There is insufficient rain which is leading to poor crop yield and less nutritious meals. Planting cycles are not predictable, so children are often kept home from school to help in the fields.

The rise in seawater temperatures is causing a decrease in algae, and the migratory fish that live close to the surface of the water no longer have a food source. “Fishermen,” he said, “who used to go out every day and bring in a plentiful supply of fish, now go out every other day and bring in half the catch.” On a recent visit to St. Lucia I saw firsthand the effects of the drought and the decrease in the availability of fish.

Around the world

The multi-award winning Sundance film “Climate Refugees” documents the human face of climate change in 48 countries. Many of these countries are among the least developed and have caused the least environmental damage. They have neither the resources nor the infrastructure to adapt and/or mitigate the effects of climate change, but they continue to lose land and people due to catastrophic weather events, unpredictable planting and growing seasons, droughts and floods.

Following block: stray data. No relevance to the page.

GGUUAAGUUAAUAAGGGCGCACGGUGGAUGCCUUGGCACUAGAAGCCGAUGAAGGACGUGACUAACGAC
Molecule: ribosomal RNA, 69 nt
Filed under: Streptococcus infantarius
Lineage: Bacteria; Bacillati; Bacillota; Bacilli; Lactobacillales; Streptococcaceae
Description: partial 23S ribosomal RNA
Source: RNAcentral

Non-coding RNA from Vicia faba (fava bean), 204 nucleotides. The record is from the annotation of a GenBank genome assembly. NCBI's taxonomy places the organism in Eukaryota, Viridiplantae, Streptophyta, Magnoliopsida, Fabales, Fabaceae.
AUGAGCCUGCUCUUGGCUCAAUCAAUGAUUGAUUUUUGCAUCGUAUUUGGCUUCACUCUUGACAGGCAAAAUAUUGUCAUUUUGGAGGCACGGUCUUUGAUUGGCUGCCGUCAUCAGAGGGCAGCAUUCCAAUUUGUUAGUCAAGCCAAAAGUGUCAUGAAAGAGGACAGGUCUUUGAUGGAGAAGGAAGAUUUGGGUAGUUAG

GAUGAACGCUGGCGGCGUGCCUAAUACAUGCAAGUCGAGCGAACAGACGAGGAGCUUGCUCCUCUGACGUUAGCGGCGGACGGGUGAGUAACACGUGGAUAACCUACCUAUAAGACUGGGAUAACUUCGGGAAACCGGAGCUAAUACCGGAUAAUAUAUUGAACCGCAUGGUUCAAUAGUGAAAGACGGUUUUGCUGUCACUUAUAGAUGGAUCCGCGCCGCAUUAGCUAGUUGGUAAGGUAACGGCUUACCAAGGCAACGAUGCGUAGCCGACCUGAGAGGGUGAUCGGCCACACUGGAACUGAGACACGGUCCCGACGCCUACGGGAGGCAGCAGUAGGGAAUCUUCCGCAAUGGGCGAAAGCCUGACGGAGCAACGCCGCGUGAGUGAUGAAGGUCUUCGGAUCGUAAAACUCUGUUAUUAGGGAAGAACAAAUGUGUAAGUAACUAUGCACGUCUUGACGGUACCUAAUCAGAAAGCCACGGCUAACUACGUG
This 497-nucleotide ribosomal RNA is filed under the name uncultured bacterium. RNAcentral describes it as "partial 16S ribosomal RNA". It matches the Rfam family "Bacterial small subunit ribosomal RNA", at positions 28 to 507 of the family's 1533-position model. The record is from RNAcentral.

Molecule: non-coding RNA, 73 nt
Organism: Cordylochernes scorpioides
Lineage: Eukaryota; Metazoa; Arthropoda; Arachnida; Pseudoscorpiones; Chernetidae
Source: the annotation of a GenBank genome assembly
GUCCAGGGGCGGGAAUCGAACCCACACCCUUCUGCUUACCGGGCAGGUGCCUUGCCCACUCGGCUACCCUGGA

“Inequity affects not only individuals but entire countries; it compels us to consider an ethics of international relations,” writes Francis. (51)

He also noted that, “There has been a tragic rise in the number of migrants seeking to flee from the growing poverty caused by environmental degradation.” (25) The governments of Tuvalu and the Maldives (small chains of islands in the Pacific) are actively seeking other countries to take their people to as their homelands are disappearing. This is not a worse-case scenario for the future; it is already happening.